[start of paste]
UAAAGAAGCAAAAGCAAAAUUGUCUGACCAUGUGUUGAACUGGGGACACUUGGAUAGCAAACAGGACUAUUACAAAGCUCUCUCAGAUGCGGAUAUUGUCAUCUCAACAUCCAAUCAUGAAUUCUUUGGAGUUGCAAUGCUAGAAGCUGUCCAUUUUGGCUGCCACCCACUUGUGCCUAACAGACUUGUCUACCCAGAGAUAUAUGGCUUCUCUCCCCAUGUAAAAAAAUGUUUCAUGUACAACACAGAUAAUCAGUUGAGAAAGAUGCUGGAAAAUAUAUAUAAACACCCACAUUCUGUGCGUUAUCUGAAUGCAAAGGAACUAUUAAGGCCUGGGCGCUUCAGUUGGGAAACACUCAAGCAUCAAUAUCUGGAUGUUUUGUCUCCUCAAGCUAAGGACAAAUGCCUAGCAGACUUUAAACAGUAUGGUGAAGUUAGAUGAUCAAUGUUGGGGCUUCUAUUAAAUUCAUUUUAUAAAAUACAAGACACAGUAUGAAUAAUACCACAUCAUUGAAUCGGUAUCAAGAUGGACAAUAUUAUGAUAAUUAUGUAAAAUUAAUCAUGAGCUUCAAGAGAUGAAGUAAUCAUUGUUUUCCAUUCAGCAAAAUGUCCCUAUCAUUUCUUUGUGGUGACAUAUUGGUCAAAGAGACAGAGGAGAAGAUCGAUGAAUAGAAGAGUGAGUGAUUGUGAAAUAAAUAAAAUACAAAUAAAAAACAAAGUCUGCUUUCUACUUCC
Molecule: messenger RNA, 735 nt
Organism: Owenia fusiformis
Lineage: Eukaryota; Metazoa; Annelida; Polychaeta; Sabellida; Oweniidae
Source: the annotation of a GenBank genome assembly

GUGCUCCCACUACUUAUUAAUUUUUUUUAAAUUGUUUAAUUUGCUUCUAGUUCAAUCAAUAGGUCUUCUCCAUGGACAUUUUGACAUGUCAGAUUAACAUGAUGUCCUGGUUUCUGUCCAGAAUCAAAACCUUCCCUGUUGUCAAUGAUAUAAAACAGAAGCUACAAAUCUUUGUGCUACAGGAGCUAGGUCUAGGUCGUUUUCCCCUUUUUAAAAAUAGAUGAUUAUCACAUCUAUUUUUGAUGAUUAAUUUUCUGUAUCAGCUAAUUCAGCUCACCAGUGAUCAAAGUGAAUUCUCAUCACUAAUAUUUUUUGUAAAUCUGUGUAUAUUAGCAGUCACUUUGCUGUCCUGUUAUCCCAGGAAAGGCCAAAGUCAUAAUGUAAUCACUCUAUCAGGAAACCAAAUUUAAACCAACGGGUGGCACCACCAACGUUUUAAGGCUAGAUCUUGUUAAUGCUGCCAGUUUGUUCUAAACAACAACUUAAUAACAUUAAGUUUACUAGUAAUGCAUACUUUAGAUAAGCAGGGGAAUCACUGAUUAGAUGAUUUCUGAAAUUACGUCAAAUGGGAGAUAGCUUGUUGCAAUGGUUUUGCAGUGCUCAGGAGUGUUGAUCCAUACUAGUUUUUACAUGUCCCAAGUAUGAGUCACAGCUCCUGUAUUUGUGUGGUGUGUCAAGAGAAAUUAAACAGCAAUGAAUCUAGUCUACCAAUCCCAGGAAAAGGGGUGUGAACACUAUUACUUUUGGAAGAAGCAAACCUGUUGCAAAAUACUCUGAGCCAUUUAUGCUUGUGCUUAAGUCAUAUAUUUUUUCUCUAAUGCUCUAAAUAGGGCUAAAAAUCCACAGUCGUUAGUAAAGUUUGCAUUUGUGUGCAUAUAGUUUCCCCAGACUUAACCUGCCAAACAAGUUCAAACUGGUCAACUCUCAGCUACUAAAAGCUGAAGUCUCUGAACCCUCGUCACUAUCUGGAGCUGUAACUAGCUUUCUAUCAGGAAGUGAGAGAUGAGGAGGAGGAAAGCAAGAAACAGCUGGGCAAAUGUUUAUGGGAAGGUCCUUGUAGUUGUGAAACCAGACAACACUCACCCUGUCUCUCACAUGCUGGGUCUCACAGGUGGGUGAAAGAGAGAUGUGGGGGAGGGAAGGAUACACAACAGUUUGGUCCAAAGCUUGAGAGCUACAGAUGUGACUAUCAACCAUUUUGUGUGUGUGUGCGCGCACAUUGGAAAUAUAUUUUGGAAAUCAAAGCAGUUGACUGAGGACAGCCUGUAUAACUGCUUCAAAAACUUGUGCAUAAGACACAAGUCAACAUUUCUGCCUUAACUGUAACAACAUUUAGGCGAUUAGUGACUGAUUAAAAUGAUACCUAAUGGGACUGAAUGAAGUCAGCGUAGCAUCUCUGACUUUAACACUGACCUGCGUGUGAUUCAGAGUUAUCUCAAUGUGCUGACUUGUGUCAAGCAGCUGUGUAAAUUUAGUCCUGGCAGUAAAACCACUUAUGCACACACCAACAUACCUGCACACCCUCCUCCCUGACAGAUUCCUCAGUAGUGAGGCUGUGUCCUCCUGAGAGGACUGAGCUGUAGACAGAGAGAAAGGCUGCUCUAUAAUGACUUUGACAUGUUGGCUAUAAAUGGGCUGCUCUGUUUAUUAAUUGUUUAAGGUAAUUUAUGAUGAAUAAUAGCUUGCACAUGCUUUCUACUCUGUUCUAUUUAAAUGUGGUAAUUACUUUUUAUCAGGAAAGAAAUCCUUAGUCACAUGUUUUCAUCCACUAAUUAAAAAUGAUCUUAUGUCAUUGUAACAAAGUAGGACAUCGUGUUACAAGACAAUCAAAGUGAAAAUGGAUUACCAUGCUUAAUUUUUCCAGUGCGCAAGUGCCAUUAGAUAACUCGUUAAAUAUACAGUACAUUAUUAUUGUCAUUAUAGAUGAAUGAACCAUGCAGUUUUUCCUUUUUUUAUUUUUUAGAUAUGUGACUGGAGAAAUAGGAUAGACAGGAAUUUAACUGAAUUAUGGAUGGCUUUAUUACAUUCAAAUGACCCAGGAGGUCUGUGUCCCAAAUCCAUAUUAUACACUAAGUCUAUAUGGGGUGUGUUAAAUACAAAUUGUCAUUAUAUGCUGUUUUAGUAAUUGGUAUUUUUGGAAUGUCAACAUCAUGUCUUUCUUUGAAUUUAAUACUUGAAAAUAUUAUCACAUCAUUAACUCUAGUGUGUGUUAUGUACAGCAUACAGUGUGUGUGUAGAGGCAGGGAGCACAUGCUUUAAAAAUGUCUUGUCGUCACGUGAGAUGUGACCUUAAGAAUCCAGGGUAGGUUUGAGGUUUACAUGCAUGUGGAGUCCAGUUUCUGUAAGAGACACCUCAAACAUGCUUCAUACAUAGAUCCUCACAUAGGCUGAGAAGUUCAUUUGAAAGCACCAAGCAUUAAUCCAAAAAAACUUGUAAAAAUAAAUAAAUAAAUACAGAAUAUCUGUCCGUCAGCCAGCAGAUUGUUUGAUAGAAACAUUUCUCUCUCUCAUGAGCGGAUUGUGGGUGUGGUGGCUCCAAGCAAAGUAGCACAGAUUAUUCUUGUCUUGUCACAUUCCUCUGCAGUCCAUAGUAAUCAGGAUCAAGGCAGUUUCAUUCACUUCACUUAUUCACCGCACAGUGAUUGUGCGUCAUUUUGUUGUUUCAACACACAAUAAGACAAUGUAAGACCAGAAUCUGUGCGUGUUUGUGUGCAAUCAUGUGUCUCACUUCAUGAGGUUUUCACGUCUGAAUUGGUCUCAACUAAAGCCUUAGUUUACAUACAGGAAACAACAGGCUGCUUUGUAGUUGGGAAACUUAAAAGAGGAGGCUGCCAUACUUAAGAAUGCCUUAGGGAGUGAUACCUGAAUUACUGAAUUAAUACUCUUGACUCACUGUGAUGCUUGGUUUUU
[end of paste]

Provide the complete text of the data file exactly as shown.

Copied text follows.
UAAAGAAGCAAAAGCAAAAUUGUCUGACCAUGUGUUGAACUGGGGACACUUGGAUAGCAAACAGGACUAUUACAAAGCUCUCUCAGAUGCGGAUAUUGUCAUCUCAACAUCCAAUCAUGAAUUCUUUGGAGUUGCAAUGCUAGAAGCUGUCCAUUUUGGCUGCCACCCACUUGUGCCUAACAGACUUGUCUACCCAGAGAUAUAUGGCUUCUCUCCCCAUGUAAAAAAAUGUUUCAUGUACAACACAGAUAAUCAGUUGAGAAAGAUGCUGGAAAAUAUAUAUAAACACCCACAUUCUGUGCGUUAUCUGAAUGCAAAGGAACUAUUAAGGCCUGGGCGCUUCAGUUGGGAAACACUCAAGCAUCAAUAUCUGGAUGUUUUGUCUCCUCAAGCUAAGGACAAAUGCCUAGCAGACUUUAAACAGUAUGGUGAAGUUAGAUGAUCAAUGUUGGGGCUUCUAUUAAAUUCAUUUUAUAAAAUACAAGACACAGUAUGAAUAAUACCACAUCAUUGAAUCGGUAUCAAGAUGGACAAUAUUAUGAUAAUUAUGUAAAAUUAAUCAUGAGCUUCAAGAGAUGAAGUAAUCAUUGUUUUCCAUUCAGCAAAAUGUCCCUAUCAUUUCUUUGUGGUGACAUAUUGGUCAAAGAGACAGAGGAGAAGAUCGAUGAAUAGAAGAGUGAGUGAUUGUGAAAUAAAUAAAAUACAAAUAAAAAACAAAGUCUGCUUUCUACUUCC
Molecule: messenger RNA, 735 nt
Organism: Owenia fusiformis
Lineage: Eukaryota; Metazoa; Annelida; Polychaeta; Sabellida; Oweniidae
Source: the annotation of a GenBank genome assembly

GUGCUCCCACUACUUAUUAAUUUUUUUUAAAUUGUUUAAUUUGCUUCUAGUUCAAUCAAUAGGUCUUCUCCAUGGACAUUUUGACAUGUCAGAUUAACAUGAUGUCCUGGUUUCUGUCCAGAAUCAAAACCUUCCCUGUUGUCAAUGAUAUAAAACAGAAGCUACAAAUCUUUGUGCUACAGGAGCUAGGUCUAGGUCGUUUUCCCCUUUUUAAAAAUAGAUGAUUAUCACAUCUAUUUUUGAUGAUUAAUUUUCUGUAUCAGCUAAUUCAGCUCACCAGUGAUCAAAGUGAAUUCUCAUCACUAAUAUUUUUUGUAAAUCUGUGUAUAUUAGCAGUCACUUUGCUGUCCUGUUAUCCCAGGAAAGGCCAAAGUCAUAAUGUAAUCACUCUAUCAGGAAACCAAAUUUAAACCAACGGGUGGCACCACCAACGUUUUAAGGCUAGAUCUUGUUAAUGCUGCCAGUUUGUUCUAAACAACAACUUAAUAACAUUAAGUUUACUAGUAAUGCAUACUUUAGAUAAGCAGGGGAAUCACUGAUUAGAUGAUUUCUGAAAUUACGUCAAAUGGGAGAUAGCUUGUUGCAAUGGUUUUGCAGUGCUCAGGAGUGUUGAUCCAUACUAGUUUUUACAUGUCCCAAGUAUGAGUCACAGCUCCUGUAUUUGUGUGGUGUGUCAAGAGAAAUUAAACAGCAAUGAAUCUAGUCUACCAAUCCCAGGAAAAGGGGUGUGAACACUAUUACUUUUGGAAGAAGCAAACCUGUUGCAAAAUACUCUGAGCCAUUUAUGCUUGUGCUUAAGUCAUAUAUUUUUUCUCUAAUGCUCUAAAUAGGGCUAAAAAUCCACAGUCGUUAGUAAAGUUUGCAUUUGUGUGCAUAUAGUUUCCCCAGACUUAACCUGCCAAACAAGUUCAAACUGGUCAACUCUCAGCUACUAAAAGCUGAAGUCUCUGAACCCUCGUCACUAUCUGGAGCUGUAACUAGCUUUCUAUCAGGAAGUGAGAGAUGAGGAGGAGGAAAGCAAGAAACAGCUGGGCAAAUGUUUAUGGGAAGGUCCUUGUAGUUGUGAAACCAGACAACACUCACCCUGUCUCUCACAUGCUGGGUCUCACAGGUGGGUGAAAGAGAGAUGUGGGGGAGGGAAGGAUACACAACAGUUUGGUCCAAAGCUUGAGAGCUACAGAUGUGACUAUCAACCAUUUUGUGUGUGUGUGCGCGCACAUUGGAAAUAUAUUUUGGAAAUCAAAGCAGUUGACUGAGGACAGCCUGUAUAACUGCUUCAAAAACUUGUGCAUAAGACACAAGUCAACAUUUCUGCCUUAACUGUAACAACAUUUAGGCGAUUAGUGACUGAUUAAAAUGAUACCUAAUGGGACUGAAUGAAGUCAGCGUAGCAUCUCUGACUUUAACACUGACCUGCGUGUGAUUCAGAGUUAUCUCAAUGUGCUGACUUGUGUCAAGCAGCUGUGUAAAUUUAGUCCUGGCAGUAAAACCACUUAUGCACACACCAACAUACCUGCACACCCUCCUCCCUGACAGAUUCCUCAGUAGUGAGGCUGUGUCCUCCUGAGAGGACUGAGCUGUAGACAGAGAGAAAGGCUGCUCUAUAAUGACUUUGACAUGUUGGCUAUAAAUGGGCUGCUCUGUUUAUUAAUUGUUUAAGGUAAUUUAUGAUGAAUAAUAGCUUGCACAUGCUUUCUACUCUGUUCUAUUUAAAUGUGGUAAUUACUUUUUAUCAGGAAAGAAAUCCUUAGUCACAUGUUUUCAUCCACUAAUUAAAAAUGAUCUUAUGUCAUUGUAACAAAGUAGGACAUCGUGUUACAAGACAAUCAAAGUGAAAAUGGAUUACCAUGCUUAAUUUUUCCAGUGCGCAAGUGCCAUUAGAUAACUCGUUAAAUAUACAGUACAUUAUUAUUGUCAUUAUAGAUGAAUGAACCAUGCAGUUUUUCCUUUUUUUAUUUUUUAGAUAUGUGACUGGAGAAAUAGGAUAGACAGGAAUUUAACUGAAUUAUGGAUGGCUUUAUUACAUUCAAAUGACCCAGGAGGUCUGUGUCCCAAAUCCAUAUUAUACACUAAGUCUAUAUGGGGUGUGUUAAAUACAAAUUGUCAUUAUAUGCUGUUUUAGUAAUUGGUAUUUUUGGAAUGUCAACAUCAUGUCUUUCUUUGAAUUUAAUACUUGAAAAUAUUAUCACAUCAUUAACUCUAGUGUGUGUUAUGUACAGCAUACAGUGUGUGUGUAGAGGCAGGGAGCACAUGCUUUAAAAAUGUCUUGUCGUCACGUGAGAUGUGACCUUAAGAAUCCAGGGUAGGUUUGAGGUUUACAUGCAUGUGGAGUCCAGUUUCUGUAAGAGACACCUCAAACAUGCUUCAUACAUAGAUCCUCACAUAGGCUGAGAAGUUCAUUUGAAAGCACCAAGCAUUAAUCCAAAAAAACUUGUAAAAAUAAAUAAAUAAAUACAGAAUAUCUGUCCGUCAGCCAGCAGAUUGUUUGAUAGAAACAUUUCUCUCUCUCAUGAGCGGAUUGUGGGUGUGGUGGCUCCAAGCAAAGUAGCACAGAUUAUUCUUGUCUUGUCACAUUCCUCUGCAGUCCAUAGUAAUCAGGAUCAAGGCAGUUUCAUUCACUUCACUUAUUCACCGCACAGUGAUUGUGCGUCAUUUUGUUGUUUCAACACACAAUAAGACAAUGUAAGACCAGAAUCUGUGCGUGUUUGUGUGCAAUCAUGUGUCUCACUUCAUGAGGUUUUCACGUCUGAAUUGGUCUCAACUAAAGCCUUAGUUUACAUACAGGAAACAACAGGCUGCUUUGUAGUUGGGAAACUUAAAAGAGGAGGCUGCCAUACUUAAGAAUGCCUUAGGGAGUGAUACCUGAAUUACUGAAUUAAUACUCUUGACUCACUGUGAUGCUUGGUUUUU